By Brian Kreissl
Lately I’ve noticed a lot of people aren’t too happy with the way they’re being rejected for jobs.
The overwhelming consensus on the forums I follow is employers are being rude and inconsiderate in the way they’re communicating (or not communicating) the “thanks but no thanks” message to candidates.
In some cases, organizations are being downright rude and inconsiderate even to candidates who have had one or more face-to-face interviews with them.
While the job market is still pretty bad, and recruiters are often inundated with applications (many from candidates who are totally unqualified for the jobs in question), that’s no excuse for rudeness or lack of respect on the part of employers. This reflects poorly on an organization and can have a negative impact on a company’s employer brand.
While an unsuccessful candidate might not be a fit for a job with the company at the time, there’s no guarantee that will always be the case. I’ve even seen situations where an organization’s first choice candidate didn’t work out, and they went to their second choice, so it makes sense to be respectful to unsuccessful candidates. Rejected candidates also know other people, so the message about poor treatment by a prospective employer can pretty quickly “go viral” — especially in this age of blogging and social media.
Candidates for jobs are potential customers for an organization’s products and services, if not today, at some point in the future. I don’t know about other people, but I’m much less likely to want to buy from a company that treated me poorly in the past — even if that treatment had nothing to do with their actual goods or services, but instead related to the way they treated me as a candidate for a job.
Best practices in rejecting candidates
If so many companies are treating unsuccessful candidates poorly, what are employers of choice doing when they reject candidates? What are some best practices when it comes to turning off individuals who aren’t a fit for whatever reason?
While best practices are highly dependent on the organization, culture and industry in question, and some are subject to debate, as a former recruiter the following are a few best practices I’ve identified with respect to the rejection of unsuccessful candidates.
•Every candidate who has applied for a position deserves some kind of communication when they’re being rejected. While this can consist of a simple form e-mail in the case of someone who simply applied online or had a very brief telephone prescreen, candidates who have had some type of formal interview deserve more.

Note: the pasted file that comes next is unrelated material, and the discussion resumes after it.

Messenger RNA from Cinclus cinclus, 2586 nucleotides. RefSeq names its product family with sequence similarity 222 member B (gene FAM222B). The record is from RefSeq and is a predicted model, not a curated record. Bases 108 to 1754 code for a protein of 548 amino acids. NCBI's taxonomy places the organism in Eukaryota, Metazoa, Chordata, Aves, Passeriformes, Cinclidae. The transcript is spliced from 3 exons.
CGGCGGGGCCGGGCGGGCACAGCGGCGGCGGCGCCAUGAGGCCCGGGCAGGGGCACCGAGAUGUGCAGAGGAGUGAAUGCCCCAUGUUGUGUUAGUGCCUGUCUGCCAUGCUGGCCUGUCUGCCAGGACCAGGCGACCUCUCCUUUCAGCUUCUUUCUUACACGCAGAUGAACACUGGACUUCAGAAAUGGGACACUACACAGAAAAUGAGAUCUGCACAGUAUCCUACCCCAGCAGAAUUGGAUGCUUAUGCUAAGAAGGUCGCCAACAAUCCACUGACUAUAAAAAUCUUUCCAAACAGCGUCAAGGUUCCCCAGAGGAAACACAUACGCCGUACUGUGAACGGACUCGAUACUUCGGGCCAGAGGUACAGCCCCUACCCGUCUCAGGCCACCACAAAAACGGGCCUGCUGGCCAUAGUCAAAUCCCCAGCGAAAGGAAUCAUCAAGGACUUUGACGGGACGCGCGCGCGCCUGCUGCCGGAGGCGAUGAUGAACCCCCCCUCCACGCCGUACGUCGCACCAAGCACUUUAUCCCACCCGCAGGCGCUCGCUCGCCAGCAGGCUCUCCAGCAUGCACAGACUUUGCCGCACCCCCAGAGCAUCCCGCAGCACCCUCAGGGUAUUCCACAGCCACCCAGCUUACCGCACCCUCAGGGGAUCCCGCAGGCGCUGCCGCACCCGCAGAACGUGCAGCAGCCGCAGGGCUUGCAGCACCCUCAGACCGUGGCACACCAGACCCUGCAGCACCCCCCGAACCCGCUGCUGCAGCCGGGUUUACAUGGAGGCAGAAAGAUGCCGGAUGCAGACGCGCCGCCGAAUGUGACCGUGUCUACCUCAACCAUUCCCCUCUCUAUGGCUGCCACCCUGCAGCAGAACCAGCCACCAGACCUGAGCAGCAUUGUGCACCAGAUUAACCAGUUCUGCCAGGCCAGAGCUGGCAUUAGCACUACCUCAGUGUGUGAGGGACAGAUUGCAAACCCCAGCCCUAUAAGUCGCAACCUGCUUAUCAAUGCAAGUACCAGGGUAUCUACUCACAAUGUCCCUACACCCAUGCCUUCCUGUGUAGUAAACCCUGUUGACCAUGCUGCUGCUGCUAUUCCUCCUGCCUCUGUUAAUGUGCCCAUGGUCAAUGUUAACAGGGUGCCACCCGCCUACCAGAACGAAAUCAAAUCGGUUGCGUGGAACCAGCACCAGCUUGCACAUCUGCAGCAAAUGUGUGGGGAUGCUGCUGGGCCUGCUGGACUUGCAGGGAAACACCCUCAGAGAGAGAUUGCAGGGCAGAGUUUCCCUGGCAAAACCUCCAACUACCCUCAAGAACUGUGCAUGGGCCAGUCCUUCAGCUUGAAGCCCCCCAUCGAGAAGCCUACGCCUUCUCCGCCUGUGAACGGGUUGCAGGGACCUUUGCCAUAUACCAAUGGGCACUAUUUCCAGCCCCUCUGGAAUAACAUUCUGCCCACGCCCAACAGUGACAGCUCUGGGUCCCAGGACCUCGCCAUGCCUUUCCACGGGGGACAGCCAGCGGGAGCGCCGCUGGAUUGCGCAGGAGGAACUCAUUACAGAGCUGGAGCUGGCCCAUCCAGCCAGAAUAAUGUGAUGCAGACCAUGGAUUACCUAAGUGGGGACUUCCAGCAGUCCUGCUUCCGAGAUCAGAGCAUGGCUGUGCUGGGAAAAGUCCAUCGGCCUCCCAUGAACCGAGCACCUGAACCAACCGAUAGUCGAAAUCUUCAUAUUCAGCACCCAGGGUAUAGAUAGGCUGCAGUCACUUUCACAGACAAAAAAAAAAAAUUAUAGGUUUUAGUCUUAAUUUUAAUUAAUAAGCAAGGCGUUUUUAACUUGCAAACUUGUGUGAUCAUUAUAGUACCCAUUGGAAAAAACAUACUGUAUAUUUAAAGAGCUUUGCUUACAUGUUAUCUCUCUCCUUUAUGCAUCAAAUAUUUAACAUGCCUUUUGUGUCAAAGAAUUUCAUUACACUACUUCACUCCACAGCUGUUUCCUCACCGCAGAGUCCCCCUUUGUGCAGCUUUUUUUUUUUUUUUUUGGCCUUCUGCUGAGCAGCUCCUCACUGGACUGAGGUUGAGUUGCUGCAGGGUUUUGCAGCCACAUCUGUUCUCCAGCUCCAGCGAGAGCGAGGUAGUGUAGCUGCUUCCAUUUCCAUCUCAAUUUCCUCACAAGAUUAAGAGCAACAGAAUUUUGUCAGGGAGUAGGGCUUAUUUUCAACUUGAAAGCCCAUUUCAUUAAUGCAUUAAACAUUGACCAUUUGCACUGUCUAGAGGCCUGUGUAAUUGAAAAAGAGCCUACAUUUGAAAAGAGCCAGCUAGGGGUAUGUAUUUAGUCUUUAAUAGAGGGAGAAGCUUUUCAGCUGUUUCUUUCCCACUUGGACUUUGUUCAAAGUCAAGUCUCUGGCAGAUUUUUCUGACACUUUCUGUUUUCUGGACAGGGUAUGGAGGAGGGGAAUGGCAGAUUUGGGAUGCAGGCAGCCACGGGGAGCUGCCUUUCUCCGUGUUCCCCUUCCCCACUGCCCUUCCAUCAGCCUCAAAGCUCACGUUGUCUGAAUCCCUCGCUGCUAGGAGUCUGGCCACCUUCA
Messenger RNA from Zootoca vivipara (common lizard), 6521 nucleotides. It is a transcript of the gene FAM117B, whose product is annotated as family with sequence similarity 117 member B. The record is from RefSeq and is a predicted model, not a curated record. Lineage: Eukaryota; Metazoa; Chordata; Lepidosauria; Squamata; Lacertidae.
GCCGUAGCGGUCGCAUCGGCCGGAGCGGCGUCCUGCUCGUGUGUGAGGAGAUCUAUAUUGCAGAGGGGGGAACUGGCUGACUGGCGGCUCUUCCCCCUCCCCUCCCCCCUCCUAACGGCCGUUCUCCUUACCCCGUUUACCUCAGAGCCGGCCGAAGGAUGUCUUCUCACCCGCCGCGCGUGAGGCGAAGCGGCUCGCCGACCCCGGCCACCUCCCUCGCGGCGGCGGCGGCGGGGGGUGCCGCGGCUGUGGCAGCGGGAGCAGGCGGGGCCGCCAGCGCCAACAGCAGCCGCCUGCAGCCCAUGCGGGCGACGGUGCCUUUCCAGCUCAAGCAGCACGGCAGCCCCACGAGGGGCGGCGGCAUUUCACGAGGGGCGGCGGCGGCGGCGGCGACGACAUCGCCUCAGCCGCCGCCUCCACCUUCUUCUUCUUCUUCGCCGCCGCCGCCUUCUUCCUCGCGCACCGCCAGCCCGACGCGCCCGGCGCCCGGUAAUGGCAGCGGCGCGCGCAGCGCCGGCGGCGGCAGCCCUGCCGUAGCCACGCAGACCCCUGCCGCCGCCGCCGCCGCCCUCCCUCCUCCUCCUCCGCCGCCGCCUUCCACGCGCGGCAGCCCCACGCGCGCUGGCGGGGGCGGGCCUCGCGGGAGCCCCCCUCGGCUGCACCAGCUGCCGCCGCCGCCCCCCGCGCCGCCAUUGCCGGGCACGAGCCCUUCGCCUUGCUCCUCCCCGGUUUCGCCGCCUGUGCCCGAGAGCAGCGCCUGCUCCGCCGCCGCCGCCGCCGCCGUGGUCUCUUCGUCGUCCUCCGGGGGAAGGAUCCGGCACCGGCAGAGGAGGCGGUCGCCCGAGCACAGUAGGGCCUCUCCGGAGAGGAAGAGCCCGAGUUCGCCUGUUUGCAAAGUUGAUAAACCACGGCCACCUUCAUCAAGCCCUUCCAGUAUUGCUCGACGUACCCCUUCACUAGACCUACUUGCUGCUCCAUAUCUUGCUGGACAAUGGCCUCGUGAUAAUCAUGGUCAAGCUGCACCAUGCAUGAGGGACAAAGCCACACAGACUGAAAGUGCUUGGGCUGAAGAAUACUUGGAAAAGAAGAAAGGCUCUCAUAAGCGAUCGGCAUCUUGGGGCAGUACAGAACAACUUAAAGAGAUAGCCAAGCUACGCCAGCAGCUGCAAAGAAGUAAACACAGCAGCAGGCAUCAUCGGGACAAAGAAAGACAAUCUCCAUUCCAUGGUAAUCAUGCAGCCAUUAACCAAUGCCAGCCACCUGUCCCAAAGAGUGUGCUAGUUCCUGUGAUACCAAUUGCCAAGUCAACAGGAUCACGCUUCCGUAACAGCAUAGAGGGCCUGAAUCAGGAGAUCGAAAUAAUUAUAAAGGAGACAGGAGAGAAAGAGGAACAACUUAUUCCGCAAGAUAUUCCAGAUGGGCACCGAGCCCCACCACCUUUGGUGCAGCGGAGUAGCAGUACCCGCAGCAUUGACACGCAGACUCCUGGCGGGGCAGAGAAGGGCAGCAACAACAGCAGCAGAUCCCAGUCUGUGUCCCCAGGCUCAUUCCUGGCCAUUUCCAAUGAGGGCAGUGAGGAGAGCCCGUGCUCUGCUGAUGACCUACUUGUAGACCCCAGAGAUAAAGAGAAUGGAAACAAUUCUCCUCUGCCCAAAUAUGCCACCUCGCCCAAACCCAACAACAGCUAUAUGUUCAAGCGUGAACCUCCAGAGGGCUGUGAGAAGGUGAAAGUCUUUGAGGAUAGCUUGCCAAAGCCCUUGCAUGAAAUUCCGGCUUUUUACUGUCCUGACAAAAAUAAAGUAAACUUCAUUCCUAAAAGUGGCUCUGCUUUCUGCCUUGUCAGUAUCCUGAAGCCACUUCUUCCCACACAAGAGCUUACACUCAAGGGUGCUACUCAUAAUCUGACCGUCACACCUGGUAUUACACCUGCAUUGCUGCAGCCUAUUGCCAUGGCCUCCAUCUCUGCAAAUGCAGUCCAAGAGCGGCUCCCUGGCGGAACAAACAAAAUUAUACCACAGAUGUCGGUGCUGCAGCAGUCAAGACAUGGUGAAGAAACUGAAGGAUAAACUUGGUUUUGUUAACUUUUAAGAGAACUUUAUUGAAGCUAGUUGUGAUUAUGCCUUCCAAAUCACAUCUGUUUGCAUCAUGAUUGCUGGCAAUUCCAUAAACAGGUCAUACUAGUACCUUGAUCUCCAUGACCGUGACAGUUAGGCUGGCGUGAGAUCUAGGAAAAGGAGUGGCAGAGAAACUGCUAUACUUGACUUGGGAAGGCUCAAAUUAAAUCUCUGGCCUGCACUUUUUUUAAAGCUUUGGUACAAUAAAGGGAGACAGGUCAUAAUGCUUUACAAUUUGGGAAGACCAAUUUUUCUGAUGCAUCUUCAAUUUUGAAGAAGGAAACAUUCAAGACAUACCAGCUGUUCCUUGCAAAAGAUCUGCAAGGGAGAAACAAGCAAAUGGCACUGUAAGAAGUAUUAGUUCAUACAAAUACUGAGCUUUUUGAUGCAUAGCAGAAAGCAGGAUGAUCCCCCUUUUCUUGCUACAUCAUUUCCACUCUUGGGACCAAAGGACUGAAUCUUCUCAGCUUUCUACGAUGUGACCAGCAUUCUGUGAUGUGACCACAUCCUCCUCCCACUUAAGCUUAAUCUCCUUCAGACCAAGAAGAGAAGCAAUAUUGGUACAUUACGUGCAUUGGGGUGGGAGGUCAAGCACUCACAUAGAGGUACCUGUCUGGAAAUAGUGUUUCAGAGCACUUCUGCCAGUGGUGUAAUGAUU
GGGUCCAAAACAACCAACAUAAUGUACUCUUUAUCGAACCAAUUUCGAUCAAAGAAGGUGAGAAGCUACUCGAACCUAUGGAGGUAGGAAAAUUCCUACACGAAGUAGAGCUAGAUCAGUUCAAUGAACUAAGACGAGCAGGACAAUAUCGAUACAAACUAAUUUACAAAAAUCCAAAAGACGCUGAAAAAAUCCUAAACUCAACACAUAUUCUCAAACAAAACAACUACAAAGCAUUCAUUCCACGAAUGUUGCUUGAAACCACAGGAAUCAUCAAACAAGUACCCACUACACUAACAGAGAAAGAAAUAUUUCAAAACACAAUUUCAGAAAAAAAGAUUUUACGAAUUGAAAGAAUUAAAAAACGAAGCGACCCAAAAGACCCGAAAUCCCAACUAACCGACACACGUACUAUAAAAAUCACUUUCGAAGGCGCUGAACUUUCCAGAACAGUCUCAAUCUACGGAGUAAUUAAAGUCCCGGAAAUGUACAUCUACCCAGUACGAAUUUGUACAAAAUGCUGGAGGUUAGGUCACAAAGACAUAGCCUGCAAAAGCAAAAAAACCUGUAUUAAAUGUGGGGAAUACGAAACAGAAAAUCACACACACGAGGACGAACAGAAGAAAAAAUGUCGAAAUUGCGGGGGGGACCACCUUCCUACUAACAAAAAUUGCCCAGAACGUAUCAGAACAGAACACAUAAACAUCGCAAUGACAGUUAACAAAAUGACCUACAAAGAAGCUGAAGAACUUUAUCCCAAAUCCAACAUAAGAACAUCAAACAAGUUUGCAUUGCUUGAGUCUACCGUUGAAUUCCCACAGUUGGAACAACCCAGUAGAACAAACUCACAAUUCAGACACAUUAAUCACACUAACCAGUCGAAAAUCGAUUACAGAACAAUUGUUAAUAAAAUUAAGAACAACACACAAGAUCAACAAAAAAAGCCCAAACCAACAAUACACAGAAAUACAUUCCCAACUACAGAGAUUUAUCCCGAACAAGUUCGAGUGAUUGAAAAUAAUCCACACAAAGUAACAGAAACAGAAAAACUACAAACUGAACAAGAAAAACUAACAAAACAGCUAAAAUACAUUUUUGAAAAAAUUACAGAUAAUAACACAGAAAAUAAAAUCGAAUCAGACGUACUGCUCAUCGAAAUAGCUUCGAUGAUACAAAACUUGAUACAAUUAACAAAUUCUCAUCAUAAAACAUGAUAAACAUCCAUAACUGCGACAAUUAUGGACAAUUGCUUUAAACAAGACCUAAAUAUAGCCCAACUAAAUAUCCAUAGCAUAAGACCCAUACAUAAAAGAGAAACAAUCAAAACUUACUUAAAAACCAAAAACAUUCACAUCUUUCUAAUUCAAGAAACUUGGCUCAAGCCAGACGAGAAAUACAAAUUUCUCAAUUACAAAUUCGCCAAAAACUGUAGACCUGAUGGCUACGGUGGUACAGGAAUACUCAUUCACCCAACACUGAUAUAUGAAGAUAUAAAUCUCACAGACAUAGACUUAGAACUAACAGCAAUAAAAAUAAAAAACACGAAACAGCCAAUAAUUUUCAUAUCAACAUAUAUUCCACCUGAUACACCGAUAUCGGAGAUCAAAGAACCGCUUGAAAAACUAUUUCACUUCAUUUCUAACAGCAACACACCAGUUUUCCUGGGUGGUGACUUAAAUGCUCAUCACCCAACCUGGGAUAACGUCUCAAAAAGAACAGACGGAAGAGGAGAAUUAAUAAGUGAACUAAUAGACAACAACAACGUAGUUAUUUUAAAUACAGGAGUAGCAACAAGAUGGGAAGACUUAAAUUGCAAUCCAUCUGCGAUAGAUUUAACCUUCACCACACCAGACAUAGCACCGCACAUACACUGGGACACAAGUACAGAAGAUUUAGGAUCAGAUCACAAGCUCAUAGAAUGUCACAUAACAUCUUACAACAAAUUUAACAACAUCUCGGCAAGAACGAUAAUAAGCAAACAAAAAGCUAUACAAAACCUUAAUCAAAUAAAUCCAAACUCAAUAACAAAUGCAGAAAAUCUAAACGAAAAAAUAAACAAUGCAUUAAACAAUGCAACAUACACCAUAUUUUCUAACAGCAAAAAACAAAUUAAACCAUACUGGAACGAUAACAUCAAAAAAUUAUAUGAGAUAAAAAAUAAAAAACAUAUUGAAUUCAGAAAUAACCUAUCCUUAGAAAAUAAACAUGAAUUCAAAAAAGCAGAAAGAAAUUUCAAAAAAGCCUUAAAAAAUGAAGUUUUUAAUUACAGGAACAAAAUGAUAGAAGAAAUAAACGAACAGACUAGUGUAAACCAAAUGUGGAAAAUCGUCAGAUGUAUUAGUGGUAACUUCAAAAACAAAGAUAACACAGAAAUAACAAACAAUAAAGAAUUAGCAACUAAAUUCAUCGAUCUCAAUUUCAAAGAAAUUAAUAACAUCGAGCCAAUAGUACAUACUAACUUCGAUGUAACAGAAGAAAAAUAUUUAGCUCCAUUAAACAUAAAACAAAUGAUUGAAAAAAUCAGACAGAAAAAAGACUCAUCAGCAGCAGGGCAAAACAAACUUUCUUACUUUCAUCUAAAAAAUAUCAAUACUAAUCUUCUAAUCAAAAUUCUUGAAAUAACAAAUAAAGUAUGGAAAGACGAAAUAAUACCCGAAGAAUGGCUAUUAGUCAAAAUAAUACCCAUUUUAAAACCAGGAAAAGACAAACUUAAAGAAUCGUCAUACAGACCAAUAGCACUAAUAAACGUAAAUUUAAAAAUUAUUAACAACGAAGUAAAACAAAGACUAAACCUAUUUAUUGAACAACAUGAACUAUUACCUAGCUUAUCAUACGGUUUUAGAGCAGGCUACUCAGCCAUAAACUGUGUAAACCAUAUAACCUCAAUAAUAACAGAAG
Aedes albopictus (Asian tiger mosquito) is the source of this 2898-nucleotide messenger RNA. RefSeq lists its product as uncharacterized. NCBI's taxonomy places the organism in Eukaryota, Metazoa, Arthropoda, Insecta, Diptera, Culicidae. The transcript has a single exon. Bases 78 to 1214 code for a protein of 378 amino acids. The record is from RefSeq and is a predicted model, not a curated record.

•No candidate who has come in for a face-to-face interview or has had a lengthy telephone interview should be rejected by e-mail or voicemail. They deserve a telephone conversation with a recruiter or preferably the hiring manager if at least one interview was with the hiring manager. On the other hand, it’s probably best to send a respectful e-mail after several unsuccessful attempts to contact a candidate by phone. My feeling is it’s better than keeping the candidate in suspense and keeping his hopes up.
•Mailing hard copy rejection letters is no longer considered a best practice, other than perhaps in some public sector organizations. However, if other efforts to contact a candidate have been unsuccessful, mailing a rejection letter may be the best option.
•If the recruitment process is dragging on, it’s important to keep candidates in the loop. If someone has already had an interview with the organization, he should be contacted at least every two weeks, even if nothing is happening with the vacancy.
•When rejecting candidates, it’s important to be truthful and transparent. If you hired a candidate with more experience, then say so. And if you filled the job internally, contact any external candidates who applied for the position and explain it’s been filled in a timely manner.
•It’s important not to get into arguments or debates with rejected candidates, or to provide them with too much information about other candidates. Be firm but fair and show some empathy when rejecting candidates. After all, you’re dealing with human beings with feelings, worries, dreams and desires. Candidates deserve to be treated with compassion and respect.
Brian Kreissl is the managing editor of Consult Carswell. He can be reached at email@example.com. For more information, visit www.consultcarswell.com.